Capital city courier. (Lincoln, Neb.) 1885-1893, September 03, 1892, Image 7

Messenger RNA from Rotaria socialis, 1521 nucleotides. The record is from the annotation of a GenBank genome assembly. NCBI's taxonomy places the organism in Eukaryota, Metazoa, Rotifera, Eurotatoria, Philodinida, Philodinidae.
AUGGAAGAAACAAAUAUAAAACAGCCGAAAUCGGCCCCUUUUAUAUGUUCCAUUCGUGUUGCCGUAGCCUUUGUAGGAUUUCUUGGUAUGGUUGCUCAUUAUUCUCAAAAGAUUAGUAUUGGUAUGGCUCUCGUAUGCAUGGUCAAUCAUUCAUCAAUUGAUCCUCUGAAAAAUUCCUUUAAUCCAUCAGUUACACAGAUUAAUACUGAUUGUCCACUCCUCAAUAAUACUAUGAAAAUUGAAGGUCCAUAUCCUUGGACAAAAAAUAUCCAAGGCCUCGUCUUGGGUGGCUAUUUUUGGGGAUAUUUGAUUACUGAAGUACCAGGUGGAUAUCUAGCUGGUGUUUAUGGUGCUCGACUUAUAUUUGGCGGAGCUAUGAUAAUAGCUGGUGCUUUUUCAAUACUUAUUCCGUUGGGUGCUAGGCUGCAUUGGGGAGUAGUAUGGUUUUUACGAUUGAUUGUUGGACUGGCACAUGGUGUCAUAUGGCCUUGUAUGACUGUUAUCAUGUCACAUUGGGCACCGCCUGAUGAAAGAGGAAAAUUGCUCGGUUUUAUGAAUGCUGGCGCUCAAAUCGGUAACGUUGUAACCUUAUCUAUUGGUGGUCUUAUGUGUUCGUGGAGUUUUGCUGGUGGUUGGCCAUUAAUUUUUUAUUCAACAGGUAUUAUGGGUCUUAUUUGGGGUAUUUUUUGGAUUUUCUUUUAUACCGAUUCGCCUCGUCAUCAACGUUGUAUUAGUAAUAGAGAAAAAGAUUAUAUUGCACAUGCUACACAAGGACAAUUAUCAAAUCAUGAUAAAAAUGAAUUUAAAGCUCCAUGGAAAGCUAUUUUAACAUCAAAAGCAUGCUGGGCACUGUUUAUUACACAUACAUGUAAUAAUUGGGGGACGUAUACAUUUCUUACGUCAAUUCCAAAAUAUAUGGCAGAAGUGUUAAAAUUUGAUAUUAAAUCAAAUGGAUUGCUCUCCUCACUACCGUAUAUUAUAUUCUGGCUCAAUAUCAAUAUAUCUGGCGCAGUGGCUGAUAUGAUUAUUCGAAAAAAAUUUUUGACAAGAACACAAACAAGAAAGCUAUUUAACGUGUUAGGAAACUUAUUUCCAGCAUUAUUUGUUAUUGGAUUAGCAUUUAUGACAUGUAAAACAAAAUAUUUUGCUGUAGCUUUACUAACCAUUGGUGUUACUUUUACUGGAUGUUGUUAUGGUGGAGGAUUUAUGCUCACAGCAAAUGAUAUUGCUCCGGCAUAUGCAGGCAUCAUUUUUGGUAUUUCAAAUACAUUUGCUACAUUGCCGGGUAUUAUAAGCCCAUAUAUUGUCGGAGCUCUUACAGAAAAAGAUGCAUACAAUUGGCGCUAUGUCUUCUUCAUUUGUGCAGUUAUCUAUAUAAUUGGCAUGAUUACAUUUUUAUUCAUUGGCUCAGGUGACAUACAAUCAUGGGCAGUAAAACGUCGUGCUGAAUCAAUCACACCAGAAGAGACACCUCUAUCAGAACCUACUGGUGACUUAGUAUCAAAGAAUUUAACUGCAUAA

CAPITAL CITY COURIER, SATURDAY, bill' l iimuuk, 3 109a ." STOLEN SECURITIES. HOW THEY ARE DISPOSED OF LONDON WITH IMPUNITY. IN th Nrgntlutlmi of "Unfile" llnmli Ilrgular ntul "t.rgltlmutn" limine Id ThrritiliuTcllc Htrrrt Dealers llnva ""A;enl In AiitrrlrAlittit on lit Continent. (Special Cnrrcponilince.1 London, Aug. 25. London enjoys the unonviiibloroputiitionof lieingthogiont, nnd indeed I mny mid the only, tnnrhet in tlio world for thu disposal of tdoleu bonds, Hlmro cortilicntcs and scrip of every description, Incredible though it tuny nppetir, tho transactions in thi p.tr ticntar class of plunder are carried on with tliu utmost publicity and without nny danger of interference on the pnit of the English authorities, TliUritrnngo immunity is duo to thu peculiar and fortunately uulinio regulations of the London Stock exchange and to the Eng lish law on the HUbject of ntolen wrlp. which permits a thief to glvo u good ami legal title to bonds' which Jiujiiai'ub: tnincd by crime, and to tho owiiu'rJhlp of which ho has therefore no legal title himself. According to this statute, tho stolen bonds can bo ecov6rod bylhe po lice only if tho actual thief is captured with thoui in Ids ikwhoshIou. Hut trout tho moment that ho has transferred them to any third party, then recovery by law becomes impossible. Few people wtvotho police, the haul: robbers mm the members of tho Loudon Stock exchange are aware of these facts. But it seems to me that tho matter Hhoulil bo made more widely known, in trlcr that public pressuro from every qututor of tho civilized world may be brought to bear upon tho Uritish government with the object of Inducing the latter to amend its laws in accordance with the dictates of commercial honor and probity. It was but last year that a British court of justico, presided over by the lord chief justice of England, utlirmcd once more the existence of this extraordinary law, according to which stolen bonds constitute a valid exchaugo and a no gotiablo instrument on the London stock market. They remain so oven if qualified by a public notification f es toppel by tho government or concern 'which has originally issued them. Ac cording to tho sworn testimony of the president of tho London Stock exchange, civen duriug the courso of the trial in question, it is beyond tho power of that institution to take cognizance of any es toppel of a bond. If the latter is genuine that is, not a forgery and if it i.-" not nominal, but negotiable by transfer to bearer, the London Stock exchange does not cor. eider itself to be at liberty to step into the place of the issuing government o: concern nnd to alter its character. It does not even consider it to bo necessary that thu vender of n stolen and stopped bond should inform tho purchaser of its true character. Nor has tho party who. having given an order to a broker for tho purchase of bonds, receives erip which has been Htolen and stopped any legal right torofuso delivery thereof. It is easy to understand that with ethics sucli as these prevailing in tho greatest commercial center of tho uni verse, and tolerated by tho law of tho land, a new und powerful impetus bus been given to tho profession of bond robbery. In former days, before tho L'i it ish tribunals had affirmed this state of af fairs, bank burglars never stole any thing in tho nature of bonds, securities, stock" and Bhares. They were deterred by tho difficulty of disposing of them, and re garded them not only as useless, bill oven as dangerous, Their entire atten tion was devoted to tho specie .and bank notes. Nowadays, however, tho bank bur glar makes a point of carrying off every scrap of paper on which ho is able to lay hands, nnd tho entire package is at ouc convoyed to London either by tho thieves themselves or else by tho resident agents of tho London dealers in "rogue bonds," as stolen paper is denominated in Thread needlo street. These agents are stationed in almost every important city of tho continent or Europo and of' America, At Paris they mostly haunt tho.cufcs In tho neighbor hood of thu Elyseb Montmartre. In New York they frequent certain well known purlieus of Fulton street. The London principals, for whom thoy act and in whoso employ thoy all Btand, are ' .either outside that it, curbstouo brok .ere, iuoney changers 'or lawyers. Many of tho latter affect to belong to tho old school of family solicitors, wear white cravats, swallowtail coats, and transact their business in stolen bonds with much unction ami outward semblance of respectability. Ono of them is known to have had as much as $200,000 worti of stolon bonds pass through Ills hand- last year duriug the space f one month Whenover any bond robbery take placo nowadays and they have euor mously increased iu number and im portance of late the victims of the theft and the police commence by de voting all their energies toward pre venting tho stolen scrip from leaving the country und from reaching Loudon. Failing this they endeavor to arrest the actual thief with the plunder in his pos session before he has had time to dis pose of it to his dealer. There uro thieves who have been captured, to gether with their booty, while in the uct -of entering tho door of the dealer. Were -tho police to have awaited for them to r niergo before making the arrest they would have been unable to recover the stolen property, for from the moment that it has been transferred by tho u thieves to a third party it is placed be yond the reach of the law and the police. So thoroughly do the latter realize this that, from the very instant that thoy have acquired the conviction that the stolen scrip has been conveyed to London, they at once advise the victim to abandon all further attempts to re cover his vanished proerty by legal process. They assert that it would only - involve an entirely useless outlay of - money without the slightest chauce of luccess. Iustead they counsel the vic tims to come to terms with the English receiver of their stolen stocks. "Nego tiate with tho persons to whom tho thieves havo transferred your scrip," advise tho police; "that Is your only chanco of recovery." This somewhat startling udvicoon tho part of tho police Is almost invariably followed, and tho police even go so far as to give the victim tho names of sev eral solicitors or lawyers in. .Loudon who, if they have not tho stolen prop erty iu their possession, at least know wheie it is and aro acquainted with tho character of tho negotiations to bo adopted for its restitution. Nor Is it necessary to apply to tho police for thu names of these London dealers in regno bunds. At Vienna, at Paris and at Ber lin the names of these agents ilguro openly in tho official postoflleo directory, with the remark that their bureaus ate organlzcdjor the "search anil recovery of stolen 'scrip." They aro .invariably ready in return for a fee proportionate to tho amount of tho robboryjto ilnd nut thu terms on which their principal, thu London dealer, is prepared to restitute tho Molejijproperly.T Theso'ternis' nroj nearly always thu same. They consist of half tho face value of tho stolen bonds. Thus when M. Burat, tho well known Paris agent do change or stockbroker, was robbed some years ago of fcl.'O.OOO worth of bonds, ho was compelled to pay $7.i,l)0tl to a Loudon firm of lawyers in order to recover thu possession of .tho scrip. Ilu complained bitterly to tho French and to thu Loudon police. But thu lat ter declared that, according to tho terms of tho law and to tho rulo of thu Stock exchange, they were powerless to Inter fere, and that they were forced to re gard the olTer made to M. Burat as a mero commercial transaction to bo ac cepted or to bo lofuscd. Allard, the banker of the Placo de la Bourse at Paris, was obliged to ransom $'.'0,00(1 worth of scrip which had been stolen from him bv a navinent of S10.000 to a I London broker, llodriguez, tho money ' clu. tiger of thu lluo do la Paix, where t-o many American tourists get their mouev changed, was obliged to jmy $10,000 for tho recovery of $80,000 worth of bonds of which ho had been robbed, and I could cite any number of other cases ot the same kind. Tho largo harvest reaped by thee London dealers in stolon bonds during tho last decade, and thu ease with which they havo obtained thu sums demanded for tho restitution of tho scrip, and thu legal immunity which they have en joyed, have contributed to enormously increase tho number of bond robbers all over tho civilized world. Thefts of tb' character havo becomo moro frequent, more extensive and moro considerable than formerly, and tho condition of af fairs has become so serious that Get many, Austria, Franco and Italy are about to bring dlplomatio pressure upon Great Britain, with the object of induc ing her to modify tho laws which have converted Loudon into the greatest mar ket in the world for stolen bonds. Ex-Diplomatist. Jimi-ph rtmlmiin rrnk. (Slioolnl Correspondence Hunt's Point, N. Y., Sept. 1. In a queer little graveyard on a small island surrounded by salt marsh, near the mouth of thu Bronx river, stands the neat monument and tomb of Joseph Rodman Drake, tho brilliant young poet whom death cut oil untimely ai tho early ago of twenty-five. Past the burial placo tho road leads over to tho jMViit. Hero tho Bronx broadens into a Day on tho sound, and assumes a rela tivo importance that dimly justifies tho blunder of George III, who thought his warships might ascend the Htream and drivo Washington from White Plains. To tho cast and northeast thu marshes stretch away, bro'jen by a few clumps of trees nnd rocks or diversified by stacks of salt hay. Through tho dull grass ono can trace tho sinuous course of tho littlu river. Near tho mouth of tho river which he has celobrated in song young Drake passed many of his happiest hours, and in fstrolls aniong woods and meadows acquired that minute knowledgoof bird, insect and plant which ho used so skill fully in his "Culprit Fay." This mas terpieco was produced to prove his as sertion, made in opposition to the argu ments of Cooper and Halleck, that American rivers needed no storied leg ends or traditions to make them suscep tiblo of pootic treatment. Not n histor ical, legendary or mythological allusion occurs in tho moro than 000 lines of tho dainty poem, which bears tho high im personality of puro art. Drake's tomb was until last summer in neglected shupo and almost choked with' a thick undergrowth. It was at that time "restored" by a literary club. Tho lettering stunds out clearly now and the marble has been scoured into cleanliness. Tho monument is about eight feet high, ending in a tapering column. On ono of tho panels of the pedestal is tho inscription, "Sacred to the memory of Joseph R. Drako, M. D., who died Sept. 31, 1620, aged twenty tivo years," followed by tho couplet from Halleck's beautiful memorial poem: Kodo knew htm but to love htm, Nouo utmed him but to lrale. A pointed iron fence surrounds the monument. By its side stands an aged willow, partly dead. For company tho small buriul knoll contains tho tombs of the pioneer Thomas Hunt and numer ous descendants; also of the Willets ui.d Bartowi, old colonial families. ' As the inscription reminds us, Drake was a physician by profession, though he scarcely entered upon active prac tice. His marriago relieved his strait ened finances, and a happy year was spent in Eurotiean travel. When the poet returned consumption had set her doom upon hint and he soon wasted away. One child, a daughter, was born to him, and she collected and published her father's poems iu 1845. Mrs. Rich ard Watson Gilder is a granddaughter of the poet. Tho strong friendship of Fiti-Greeno Halleck for Drake and their joint authorship of the "Croaker' epistles deserves more than thi pusbiui; mention. Albekt J. Pottuk. OLD AND NEW STYLES TODAY'S WITH COSTUMES COilTRASTED THOSE OF LONG AGO. Ollvo lliirprr Tlilnlc Ihn H()lr Nmt In Viijiio Art I'rrttj, ArtUtlr, Cunt furl III mill Healthful Nlio Toll of llll'N Wit" Worn Thirteen Hklrls lit Onrr. (Spvclitl CorrcMHimli'tict'-l New YoitK, Sept. I, Yesterday there camo to see mu onu of my young friends, a beautiful girl In all thu sweet loveli ness of her early youth, and I watched tlio slim Ilguro in a dress of black pongee, with wild rosebuds and green leaves scattered over it, and my mind went back to ilreses I hail worn when I was her age. Around the bottom of her dress wero threo rows of rosu plaited ribbon an inch wido, Thu upper one was just tho shado of tho sweetbrier rosebuds, thu middle black like the linilv of tlm nill. fie mill tlm linttoiii onu was dark green. Tho wiiM was pointed In front and V shaped at the neck, with the silk shirred to tho point at the bottom and full on each shoulder. Tho sleeves were puffed at thu top. On her pretty head was n hat of black straw, trimmed with iiomi: DitKss roil black velvet and YOUNO I.ADY. wild roses. Her littlu feet had Oxford ties, and she woio dark gray silk stockings and gray sued- gloves. A simple toilet, but perfect for a young girl. Hliu wore no corsets and her movement wan free and graceful. I remember my gown. It was of printed muslin, and had four skirts, each a little shorter than tho other ami all of them very full. 1 had a wait-t of white silk, cut low iu thu neck that is to say, siiuaro across, leaving the shoulders bare. Tho sleeves wero putted and reached nearly to the elbow. The waist of that dress measured around outside only eighteen inches, and I can remember to this day tho agony I suf fered iu those corsets and tho envy that besciged mo when I saw other girls measure sixteen. Wo had to suffer, but we spared no pain to attain n munll waist. To keep thu skirt out nicely wo ued to wear many white petticoats, starched nnd milled at tho bottom. 1 think 1 wore thirteen, but I know that ten was not considered enough to give tho proper "float." Tho skirt was just thu same length front and back, and that made it necessary to hold up tho front from fear of tripping over it. My hair was turned off tho face and rolled over "rats" of curled hair, ami then made into a knot at tho back, and I had two rosettes made of pink ribbon nnd black velvet, with long cuds fas tened each side tho knot. I wore "gai ters" of drab prunella, laced up tho side, without heels and reaching to just above tho ankle bono, and I had black silk mitts on my bauds. When I went out I had a "flat" hat with a wide brim and a fall of "blond" lace around it, and a lino ribbon fastened nt the crown called a "bridle," and this could bo shifted about so ns to hold the hat brim down against tho wind. After that era camo hoops; they went out, and skirts reaching scarcely to the auklo came in, and then huge puffs and trains and afterward "eelskins" and bo on, always changing, nnd what I wonder at is that in view of the monstrosities we havo worn, with their unhcalthful tight lacing and othor bad qualities, peo lc havo tho heart to complain of tho pr ty, artistic, comfortable and generally healthful styles now in vogue, Take, for instance, tho pretty home dress in tho first illustration of pink zephyr cloth. It is shirred at tho neck, nnd then thu fullness is adjusted to the figure loosely by means of bias pieces of tho samo, featljer stitched with white floss. A pink ribbon with" narrow biacK stripes forms a half belt and is tied in front with loops and ends. Tho back can bo left Wutteau or arranged just liko the front, which is prettier .,ir young figures. Tho sleeves hang boll fushion, but aro gathered up slightly with bows on the forearm. I came across uuother gown which is so useful and so simple that it is re produced hero. bomiinvalids will find it valu able, and for nn oarly morning gown it is por feet. For very cold weather it can bo lined or mado of thick goods. Tho orig inal was of blood red caslnn ere, shirred onto a yokoofsilk. The puffs at thu top of tho sleeves can be of silk or self goods, nnd the tamo with tho cuffs. It is cut plain Mother Hubbard in mornino dress. front, with the sides slightly following the figure, and a deep Watteau plait in tho back. If no wishes one can put a fittlo trimming around the bottom or down the front, but trimming is always a mutter of private taste. The dress looks as well without as with trimming. A soft mossy shade of green, with a terra cotta red yoke and cuffs, would be becoming to moat ladies, but only those whose complexion will bear anything Ihould put green next their faces. Dreeu, in rusty aa well as brilliant Ihudos, will be the color this fall, it is laid, and will enter into almost every lontume oa a component part or aa trim nlng. Ouvk HARrai. ' fw5) i 1 CINTHY ANN'S NEW HOUSE. I hull! nlimiMi fnrCluttir Ami nn innilo It ri mi rldi, An rlk'W'il II up with etiierlnv nil llitliliiln rmWiiti slrh, An liulll n wide plnxzi-r mini ware nlm cmitd H'l III ll MilV, An take 1 it r knltlln mirk miguti Mllli olo Kit turuli Snow. An Chilli) Ann wns linppy fir nlmiit n week nr u. And then s'w foiin tlm clihnlilo)' ilrAfluur workln rather slmvt for tlm riiinkn ennm la tier kitchen nn she couldn't Imki! Iiit pies, An her iuiiIiI'ii only nl.rliil, nn lirrJtiliuiiyciiU' ninitilii'l rlo. An kooii !' foiin her liuttr; mu ton munll tc liul Iiit Men", for npiilo kiiks unit lituckli'ry Joll It mm. i liirunvtiouuTi, An nil Iiit tliltiic with nurourlii-il rlulit In iv lluhl it. nln roiilil cniin, Hit pit kit-., nn lur kilrliiip, nil Iut ililirlnri Jinn. An then mloK ilny Menu ennio mi nn iltlrulm for n wii-k, An tlm roof iimiiiii tlio t'lilinm-jr liml to m an MHiir u link, An million til four it my wlilln hhlrln llirt sin- lii-il imulo nn lilli'il, An Iiit m inter mu l( uiiaNkiIiu'iImiiI her mil- tllUllU'i IMI hplllll. An tlit'ii re. I to Clntliy, w'eli slio nut ilimn to rry, "Titer nln'l no liiimo iiKiti this sldo tlio mini floti Iii tltooky Hut liut litiHKotni! I I'll k In tlio roof, niinot inu tile In tlio line, Ennio luln'lilo elultereil liuttry" nil tir Clntliy mill "IIihiIioo!" Wo luillil our MHity Iioum tlmt nru Inrtinl lino It) M'P, An unllek Vin up with ruicrloa sntl nloli- like IHIk-rce, An In tier tlremim tlu)'ro fiilr vi litiwen, but let in unit n week. TMh tioiity imliit'ii of our itremns Is ximi In lrln ii k'lik. -H. V. l'linit In Yunkeo llliulo An tliilurky Tnlilfful. Several nit'ii Mere talking of supers! It Ions so coiiininu muting all cImnhcm of pt-ople. As a mallei' of course one of (he tlilnus touched it poii wits the MiiioMilly fntnl number thirteen. An old colored man who hiippfiit'iltn Imi within hearing distance felt moved lo remark! "I want In tell Jim, gein'iui'U, net to make fun ' iliit thirteen IhikIiicxm. I ain't siinrllHhus, but I tell jou, don't you cat at no table whnrdar thirteen. I linn do tint, ntul I hope tod j If pretty nearly every one of ilem ain't dead nnd huiit'il." His henrers expressed surprise at his re limrkahlu Miitcincnt nnd asked for par ticulars. "Well, home of tlein get killed and one thing an another, anil miiiiii Jest imelielly died, Hut iley is pretty nearly all gone to dny." "How long iiko dltl Ihlsthlrteen-nt-tahle incident occtirf" "Now, 1 t-iii mo Me. Keen about thirty years tilnce the war, ain't It 1 Well, I spec' It must 'n' happened ten years heforu the wnr broke out. Hut It makes me feel about as iincaiy ns though It was only yes terday." Chicago Times. "Am A Mint -Life. A 1'rcxli Air Vnrn, A uihxI story is told of the fresh air work of Portland, Me. It was arranged that two healthy chl'ilrcn In a family where the mother needed relief from care of them wero to be at tint station to take the morn ing train for the country on a certain morn liiK, Tliey did not apicar, and one of thu kind ladies hunted them up. "Why dltl you not count to the station?" wild the lady when thu children were found. "HecaiiNU mamma thought you would send a hack for ijs," they replied, Buffalo Express, . . Ilia Future Amnrril, "You wiy, sir," said thu stern father, as he motioned the young man to lie heated, "that you want to marry my dauuhtcr. Shu tells me that you have saved up a lit tlu sum. Hut, sir, what can you do to as sure mo of your future prospects?" "You art evidently not aware, sir," re plied" the young mail, a blush ot pride mounting to his fair young face, "that I have just started a factory for thu manu facture of women's suspenders." Clonk Review. r t No Meals. Tourist And you say thu imssnHC by rail is forty-live dollars ami by water thirty dollars? Ticket Agent Hut the latter doesn't In clude meals. Tourist Never mind that; glvo me a ticket by water; I'll save just fifteen dol lars. Brooklyn Life. Too Tongh. there anything Uutcher uiorningf -Is else this Mrs. Newwed Il'inl Oh, yesl I want four pounds of mutton hash and some peas. By tho way, you ought to send me tenderer peas than those last ones. They were so tough wu couldn't ent them. Har per's Hazar. A Vaults; Mu In Dreadful Doubt. Will I meet her atfiiln where tlio wilt) bec Is liiimmlnK? Will I meat her ncala whore tho waves mnitlr roll? Will I linger beside while her banjo she's thrtimmlntf. Ami flooding with muslo iny world weariiM soutr Will she bend froiu'hcr hammock In attitude ntuunlug-, Anil pause In her imslng to whisper to me? VA'lll she wear the silk huso and the Newport so cunning ?hat trampled my heart In the sand by the sea? Will her eye shlue aa bright 'neath her tenulu hat crushing? Will her bathing suit daxile uy sight as of yoref Will she lean on my arm, ever smiling find blushing, Or flash with some other chap over tho floor? Will we dip aa we dipped In the oceau to gether! Will we talk aa we talked In our merrlu.l toner Will she shake aa the shook uie-oh, cold w the weather- leave aie to sigh by the breaker alone? Brandon Banner, In III I.inn." AT LINCOLN, at 20th and J Sts. FRIDAY, The Barnum & Bailey Greatest Show on Earth! A Wondrotit ExiilMljmi, Klrgiuitly Imre Kiralfy's Sublime COLUMBUS? And the Discovery of America, Forming the most stupendous nuui'iuicnl hnlltlon ever orgnnlml, now oxhllilleil hi nil Its tuiigullici'iit nun undivided gientucsn to ilellght oud bewilder the whole people. The Most Stupendous linteitaiiiiiiciit on the Face of the Gloherf i,ioo llUlotlcnl Chnrnclcr UcnriiM'ntcil. All kccji at One time, together , with Wlhi llent and I lurorn, ' ' The Life of the Great Explorer Illustrated, With nil the Chief Historical I -irvtd I'he miiftt CohiMial, MuenirU'cnt, Historic, ' i.nilPFN Kitim i nPFFDINf. HFD IPWFK.I 4' t, , ..w...... ...r....,. -..-,- - .-,, IWIWIIII.-mi7.J Operatic, Mimical, llictitrlc anil Drnmntlc Kpcctlcnl ever dcvlieil by man. Floods of Music and Choruses of Song Pitched Unities between the Oo nnd Qicscvnt. Full Rigged Ships Motion. Tournament on Foot ntul IIotcl)ack. Overpowering I'rocesiilouH and Tiliimphnl Displays. Sclge of Burn, nnd Cnptuie of (ir'iinaila. Tlie First Voyage to the New World. I, ntullng of Columbus nnd Inking Pom-Mlon- Grand Reception at f lliircelou.i by the Sotivcrclgn. rerdlnnnd nnd Irnbelln's Hrlllliuit Court Uomnnce nnd Krnlity inmhlded In Sublime Moot lull nnd SpntiUh Scenes, Stupendous Ilnllct, with 300 Foreign X A 1 tints, Myriads of Knchnntiug nnd Thrilling Kvcnt. QIBp tbt2jm7 r?sa2uUBKv5aXpsnHhaaaaL0CZBKE!lfl8aHaDE hflaVss - IfolUhBUS t icTQtJRriAMENT BEFORE THE WALLS BAZA tgga.r Exciting the Adnilrn Ion of the Kcfined. live Fennts of Klnglv Splendors nnd Imper pcrinl l'ngcnnln. Thousands of Men, Women, Children nnd Animals, h'ecnery costing 75,000 Wnrdiotwt worth Jf2.s0.00o. Armor, Trapping's Manners nnd Kmhlrin worth 50 000. Horses worth $io,to. Combined with nil the Marvelous Attrnctlon of The Greatest Shoonw Earth ! Clrcu, Hippodrome, Mutcum, Magic Illusions, llmtc rnir. Circus Comnnnlch In X rings Menageries of Wild and '1 rained HcattB. Klcvnted Stages for Olympian Games. World's. Frir of Modern MnrveU. Hippodrome, with nil kinds of Races. Gallery of weird, beautiful Illusions nnd Visions. 1 Columbus Singe, 43 fcel 'nK 1 Mammoth Museum teeming with wonders 1 Horse Fair, with r SUPERB BAUfT Of 300 KAUT1B MfOtt Tht HOOMSM CTWL,, 2 Herds of Elephants. 2 Droves of Camels, 100 Trained Animals. Trained Cats, Dogs, Pigs, Goats, Cecse, Stroks, Zebras, Elephahts, Horses, Ponies Deer, Lions, Tigers, Hyenas, Leopards, Panthers, Hears, Wolves, Pigeons. Giant Horse, 22 Hands High. Colossal Ox 18V Hands High. Hairless Mare with not a single hair on it nny where Dwarf Cattle only 8 hands high. Dltrlnutlve Zebra ' 7 hands high. Wonderful Hull with three Eyes, three Nostrils and three Horns. A World of New and Aston thing Attractions. Admission to All, 50 cents. Children under 9 years, 25 cents Two Exhibitions Daily, at 2 and Sp. M. Doors open an hour earlier. Reserved seats at the regular price, and Admission tickets at usuol slight advance, at J. H. Harley's Drug Store, 1 101 O Street. A Mighty, New Million Dollar Street Parade! Illustrating by ll.ing tableaux American History, Arabian Nights' Tales, Nursery Rhymes and Children's Fables, at 0 o clock, on tnornW of show. Cheap Excursions on All Railroads. Will Exhibit in Beatrice Sept 17th SEPT. 1 6th I'lescntcd, nnd with It this Kenvin Historical Spectacle, , nnd ttvculticniincrtcd therewith, Nnutical, I'roccnUoiml, Poetical, Mnrllnl Elevated .Stages, 2 Menagerie, 64 Cars, 4 Trains, 5 Advertising Cnr. 120 Agents. 1 Acres of Pnlnted Scenery, 10 Acres of Waterproof Tents. 50 Dens ot Wild llcnsts. 20 Pantomimic Clowns. 20 Anlmnl Actors. 20 Exciting Roccs. 100 ClrcitH Acts 100 Circus Performers, co Aericlists. co Jockeys and Riders. actually 400 Horses ' ' ' ip, - '!TT wf Everybody should see It.